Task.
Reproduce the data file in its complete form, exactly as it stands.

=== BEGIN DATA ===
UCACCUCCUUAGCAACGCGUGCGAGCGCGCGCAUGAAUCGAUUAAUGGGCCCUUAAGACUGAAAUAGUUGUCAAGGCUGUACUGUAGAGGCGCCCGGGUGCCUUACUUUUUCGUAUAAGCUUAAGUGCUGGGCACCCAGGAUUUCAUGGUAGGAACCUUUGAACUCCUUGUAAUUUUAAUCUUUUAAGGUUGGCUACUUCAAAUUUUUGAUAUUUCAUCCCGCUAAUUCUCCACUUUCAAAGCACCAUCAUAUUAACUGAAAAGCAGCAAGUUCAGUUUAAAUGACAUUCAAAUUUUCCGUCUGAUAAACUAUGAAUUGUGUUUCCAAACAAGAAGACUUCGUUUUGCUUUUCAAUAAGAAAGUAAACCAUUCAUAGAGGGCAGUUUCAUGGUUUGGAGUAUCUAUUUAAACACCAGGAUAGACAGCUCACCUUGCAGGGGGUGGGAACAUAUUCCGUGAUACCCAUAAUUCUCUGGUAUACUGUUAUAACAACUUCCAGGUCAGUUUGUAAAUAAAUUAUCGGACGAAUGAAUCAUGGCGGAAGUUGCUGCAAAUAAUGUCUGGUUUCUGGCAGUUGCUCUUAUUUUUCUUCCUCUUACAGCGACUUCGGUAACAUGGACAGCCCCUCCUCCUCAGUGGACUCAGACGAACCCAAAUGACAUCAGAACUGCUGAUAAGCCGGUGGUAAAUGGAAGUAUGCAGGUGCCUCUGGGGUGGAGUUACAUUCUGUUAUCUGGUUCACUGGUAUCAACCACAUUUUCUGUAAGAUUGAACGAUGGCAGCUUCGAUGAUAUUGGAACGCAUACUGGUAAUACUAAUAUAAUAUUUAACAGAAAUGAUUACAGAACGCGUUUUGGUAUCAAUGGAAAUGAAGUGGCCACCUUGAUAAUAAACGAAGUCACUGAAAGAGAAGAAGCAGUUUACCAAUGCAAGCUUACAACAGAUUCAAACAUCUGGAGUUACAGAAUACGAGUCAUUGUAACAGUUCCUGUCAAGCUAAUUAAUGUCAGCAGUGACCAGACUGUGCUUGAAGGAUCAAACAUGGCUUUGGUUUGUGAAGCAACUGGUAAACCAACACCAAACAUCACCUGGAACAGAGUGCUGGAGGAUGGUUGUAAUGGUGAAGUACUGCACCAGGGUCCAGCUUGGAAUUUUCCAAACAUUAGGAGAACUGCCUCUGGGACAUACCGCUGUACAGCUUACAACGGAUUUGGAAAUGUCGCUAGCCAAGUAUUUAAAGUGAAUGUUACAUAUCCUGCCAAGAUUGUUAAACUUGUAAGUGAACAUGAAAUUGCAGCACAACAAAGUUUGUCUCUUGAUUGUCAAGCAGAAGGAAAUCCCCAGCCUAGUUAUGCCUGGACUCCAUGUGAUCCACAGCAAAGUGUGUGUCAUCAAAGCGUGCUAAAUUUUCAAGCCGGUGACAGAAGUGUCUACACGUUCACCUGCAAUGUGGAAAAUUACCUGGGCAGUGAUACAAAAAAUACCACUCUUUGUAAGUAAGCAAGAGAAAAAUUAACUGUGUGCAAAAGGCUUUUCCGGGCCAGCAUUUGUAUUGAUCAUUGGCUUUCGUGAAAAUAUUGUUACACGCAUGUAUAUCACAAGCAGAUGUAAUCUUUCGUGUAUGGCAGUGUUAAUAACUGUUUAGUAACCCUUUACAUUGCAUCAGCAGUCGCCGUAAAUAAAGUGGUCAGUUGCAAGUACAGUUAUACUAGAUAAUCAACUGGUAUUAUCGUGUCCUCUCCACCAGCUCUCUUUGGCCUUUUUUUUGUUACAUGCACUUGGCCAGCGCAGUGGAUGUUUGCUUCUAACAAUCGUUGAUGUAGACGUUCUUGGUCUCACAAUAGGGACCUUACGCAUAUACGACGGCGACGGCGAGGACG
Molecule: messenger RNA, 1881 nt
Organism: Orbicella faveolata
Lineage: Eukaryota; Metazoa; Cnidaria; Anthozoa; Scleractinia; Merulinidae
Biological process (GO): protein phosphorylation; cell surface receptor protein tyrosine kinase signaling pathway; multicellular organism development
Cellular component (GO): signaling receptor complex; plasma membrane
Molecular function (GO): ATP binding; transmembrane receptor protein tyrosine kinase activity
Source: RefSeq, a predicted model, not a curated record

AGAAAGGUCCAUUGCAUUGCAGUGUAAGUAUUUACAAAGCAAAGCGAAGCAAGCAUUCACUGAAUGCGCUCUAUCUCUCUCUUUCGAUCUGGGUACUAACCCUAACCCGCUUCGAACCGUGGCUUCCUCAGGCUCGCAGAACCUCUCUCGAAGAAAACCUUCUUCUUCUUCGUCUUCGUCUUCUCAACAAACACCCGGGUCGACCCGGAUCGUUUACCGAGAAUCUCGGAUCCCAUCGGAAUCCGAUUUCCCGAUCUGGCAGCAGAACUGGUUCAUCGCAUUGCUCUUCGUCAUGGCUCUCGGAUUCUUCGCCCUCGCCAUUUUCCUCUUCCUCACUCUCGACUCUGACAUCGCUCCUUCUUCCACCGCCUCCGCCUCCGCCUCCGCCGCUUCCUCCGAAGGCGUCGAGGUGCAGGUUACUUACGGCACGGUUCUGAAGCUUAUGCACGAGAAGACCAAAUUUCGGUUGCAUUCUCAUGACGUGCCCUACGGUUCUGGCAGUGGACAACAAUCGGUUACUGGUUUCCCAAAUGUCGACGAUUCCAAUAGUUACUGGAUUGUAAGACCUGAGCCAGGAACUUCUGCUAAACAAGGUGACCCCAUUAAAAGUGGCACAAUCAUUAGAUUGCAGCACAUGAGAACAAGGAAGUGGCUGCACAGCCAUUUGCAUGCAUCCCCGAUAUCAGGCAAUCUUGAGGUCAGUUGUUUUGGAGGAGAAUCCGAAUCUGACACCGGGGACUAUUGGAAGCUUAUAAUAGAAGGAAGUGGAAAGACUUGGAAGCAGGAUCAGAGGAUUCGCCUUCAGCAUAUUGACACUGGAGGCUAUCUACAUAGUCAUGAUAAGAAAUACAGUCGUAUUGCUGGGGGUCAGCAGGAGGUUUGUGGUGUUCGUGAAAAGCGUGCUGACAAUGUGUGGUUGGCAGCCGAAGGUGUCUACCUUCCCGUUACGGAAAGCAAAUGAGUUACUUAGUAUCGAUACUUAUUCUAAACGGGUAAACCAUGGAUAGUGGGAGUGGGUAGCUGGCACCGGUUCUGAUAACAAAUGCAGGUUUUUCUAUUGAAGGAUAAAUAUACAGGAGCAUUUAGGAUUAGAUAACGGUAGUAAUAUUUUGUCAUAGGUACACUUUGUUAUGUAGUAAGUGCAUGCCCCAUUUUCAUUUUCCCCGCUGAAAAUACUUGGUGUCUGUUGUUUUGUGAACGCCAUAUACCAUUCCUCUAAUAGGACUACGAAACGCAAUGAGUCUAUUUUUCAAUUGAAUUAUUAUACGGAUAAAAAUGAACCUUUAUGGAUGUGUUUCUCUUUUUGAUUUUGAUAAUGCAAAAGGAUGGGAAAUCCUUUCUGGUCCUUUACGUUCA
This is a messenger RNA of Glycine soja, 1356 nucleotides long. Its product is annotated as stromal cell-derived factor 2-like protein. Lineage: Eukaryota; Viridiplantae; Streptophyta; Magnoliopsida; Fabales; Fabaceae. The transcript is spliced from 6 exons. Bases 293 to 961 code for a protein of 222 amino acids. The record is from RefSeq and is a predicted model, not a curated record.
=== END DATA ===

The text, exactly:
UCACCUCCUUAGCAACGCGUGCGAGCGCGCGCAUGAAUCGAUUAAUGGGCCCUUAAGACUGAAAUAGUUGUCAAGGCUGUACUGUAGAGGCGCCCGGGUGCCUUACUUUUUCGUAUAAGCUUAAGUGCUGGGCACCCAGGAUUUCAUGGUAGGAACCUUUGAACUCCUUGUAAUUUUAAUCUUUUAAGGUUGGCUACUUCAAAUUUUUGAUAUUUCAUCCCGCUAAUUCUCCACUUUCAAAGCACCAUCAUAUUAACUGAAAAGCAGCAAGUUCAGUUUAAAUGACAUUCAAAUUUUCCGUCUGAUAAACUAUGAAUUGUGUUUCCAAACAAGAAGACUUCGUUUUGCUUUUCAAUAAGAAAGUAAACCAUUCAUAGAGGGCAGUUUCAUGGUUUGGAGUAUCUAUUUAAACACCAGGAUAGACAGCUCACCUUGCAGGGGGUGGGAACAUAUUCCGUGAUACCCAUAAUUCUCUGGUAUACUGUUAUAACAACUUCCAGGUCAGUUUGUAAAUAAAUUAUCGGACGAAUGAAUCAUGGCGGAAGUUGCUGCAAAUAAUGUCUGGUUUCUGGCAGUUGCUCUUAUUUUUCUUCCUCUUACAGCGACUUCGGUAACAUGGACAGCCCCUCCUCCUCAGUGGACUCAGACGAACCCAAAUGACAUCAGAACUGCUGAUAAGCCGGUGGUAAAUGGAAGUAUGCAGGUGCCUCUGGGGUGGAGUUACAUUCUGUUAUCUGGUUCACUGGUAUCAACCACAUUUUCUGUAAGAUUGAACGAUGGCAGCUUCGAUGAUAUUGGAACGCAUACUGGUAAUACUAAUAUAAUAUUUAACAGAAAUGAUUACAGAACGCGUUUUGGUAUCAAUGGAAAUGAAGUGGCCACCUUGAUAAUAAACGAAGUCACUGAAAGAGAAGAAGCAGUUUACCAAUGCAAGCUUACAACAGAUUCAAACAUCUGGAGUUACAGAAUACGAGUCAUUGUAACAGUUCCUGUCAAGCUAAUUAAUGUCAGCAGUGACCAGACUGUGCUUGAAGGAUCAAACAUGGCUUUGGUUUGUGAAGCAACUGGUAAACCAACACCAAACAUCACCUGGAACAGAGUGCUGGAGGAUGGUUGUAAUGGUGAAGUACUGCACCAGGGUCCAGCUUGGAAUUUUCCAAACAUUAGGAGAACUGCCUCUGGGACAUACCGCUGUACAGCUUACAACGGAUUUGGAAAUGUCGCUAGCCAAGUAUUUAAAGUGAAUGUUACAUAUCCUGCCAAGAUUGUUAAACUUGUAAGUGAACAUGAAAUUGCAGCACAACAAAGUUUGUCUCUUGAUUGUCAAGCAGAAGGAAAUCCCCAGCCUAGUUAUGCCUGGACUCCAUGUGAUCCACAGCAAAGUGUGUGUCAUCAAAGCGUGCUAAAUUUUCAAGCCGGUGACAGAAGUGUCUACACGUUCACCUGCAAUGUGGAAAAUUACCUGGGCAGUGAUACAAAAAAUACCACUCUUUGUAAGUAAGCAAGAGAAAAAUUAACUGUGUGCAAAAGGCUUUUCCGGGCCAGCAUUUGUAUUGAUCAUUGGCUUUCGUGAAAAUAUUGUUACACGCAUGUAUAUCACAAGCAGAUGUAAUCUUUCGUGUAUGGCAGUGUUAAUAACUGUUUAGUAACCCUUUACAUUGCAUCAGCAGUCGCCGUAAAUAAAGUGGUCAGUUGCAAGUACAGUUAUACUAGAUAAUCAACUGGUAUUAUCGUGUCCUCUCCACCAGCUCUCUUUGGCCUUUUUUUUGUUACAUGCACUUGGCCAGCGCAGUGGAUGUUUGCUUCUAACAAUCGUUGAUGUAGACGUUCUUGGUCUCACAAUAGGGACCUUACGCAUAUACGACGGCGACGGCGAGGACG
Molecule: messenger RNA, 1881 nt
Organism: Orbicella faveolata
Lineage: Eukaryota; Metazoa; Cnidaria; Anthozoa; Scleractinia; Merulinidae
Biological process (GO): protein phosphorylation; cell surface receptor protein tyrosine kinase signaling pathway; multicellular organism development
Cellular component (GO): signaling receptor complex; plasma membrane
Molecular function (GO): ATP binding; transmembrane receptor protein tyrosine kinase activity
Source: RefSeq, a predicted model, not a curated record

AGAAAGGUCCAUUGCAUUGCAGUGUAAGUAUUUACAAAGCAAAGCGAAGCAAGCAUUCACUGAAUGCGCUCUAUCUCUCUCUUUCGAUCUGGGUACUAACCCUAACCCGCUUCGAACCGUGGCUUCCUCAGGCUCGCAGAACCUCUCUCGAAGAAAACCUUCUUCUUCUUCGUCUUCGUCUUCUCAACAAACACCCGGGUCGACCCGGAUCGUUUACCGAGAAUCUCGGAUCCCAUCGGAAUCCGAUUUCCCGAUCUGGCAGCAGAACUGGUUCAUCGCAUUGCUCUUCGUCAUGGCUCUCGGAUUCUUCGCCCUCGCCAUUUUCCUCUUCCUCACUCUCGACUCUGACAUCGCUCCUUCUUCCACCGCCUCCGCCUCCGCCUCCGCCGCUUCCUCCGAAGGCGUCGAGGUGCAGGUUACUUACGGCACGGUUCUGAAGCUUAUGCACGAGAAGACCAAAUUUCGGUUGCAUUCUCAUGACGUGCCCUACGGUUCUGGCAGUGGACAACAAUCGGUUACUGGUUUCCCAAAUGUCGACGAUUCCAAUAGUUACUGGAUUGUAAGACCUGAGCCAGGAACUUCUGCUAAACAAGGUGACCCCAUUAAAAGUGGCACAAUCAUUAGAUUGCAGCACAUGAGAACAAGGAAGUGGCUGCACAGCCAUUUGCAUGCAUCCCCGAUAUCAGGCAAUCUUGAGGUCAGUUGUUUUGGAGGAGAAUCCGAAUCUGACACCGGGGACUAUUGGAAGCUUAUAAUAGAAGGAAGUGGAAAGACUUGGAAGCAGGAUCAGAGGAUUCGCCUUCAGCAUAUUGACACUGGAGGCUAUCUACAUAGUCAUGAUAAGAAAUACAGUCGUAUUGCUGGGGGUCAGCAGGAGGUUUGUGGUGUUCGUGAAAAGCGUGCUGACAAUGUGUGGUUGGCAGCCGAAGGUGUCUACCUUCCCGUUACGGAAAGCAAAUGAGUUACUUAGUAUCGAUACUUAUUCUAAACGGGUAAACCAUGGAUAGUGGGAGUGGGUAGCUGGCACCGGUUCUGAUAACAAAUGCAGGUUUUUCUAUUGAAGGAUAAAUAUACAGGAGCAUUUAGGAUUAGAUAACGGUAGUAAUAUUUUGUCAUAGGUACACUUUGUUAUGUAGUAAGUGCAUGCCCCAUUUUCAUUUUCCCCGCUGAAAAUACUUGGUGUCUGUUGUUUUGUGAACGCCAUAUACCAUUCCUCUAAUAGGACUACGAAACGCAAUGAGUCUAUUUUUCAAUUGAAUUAUUAUACGGAUAAAAAUGAACCUUUAUGGAUGUGUUUCUCUUUUUGAUUUUGAUAAUGCAAAAGGAUGGGAAAUCCUUUCUGGUCCUUUACGUUCA
This is a messenger RNA of Glycine soja, 1356 nucleotides long. Its product is annotated as stromal cell-derived factor 2-like protein. Lineage: Eukaryota; Viridiplantae; Streptophyta; Magnoliopsida; Fabales; Fabaceae. The transcript is spliced from 6 exons. Bases 293 to 961 code for a protein of 222 amino acids. The record is from RefSeq and is a predicted model, not a curated record.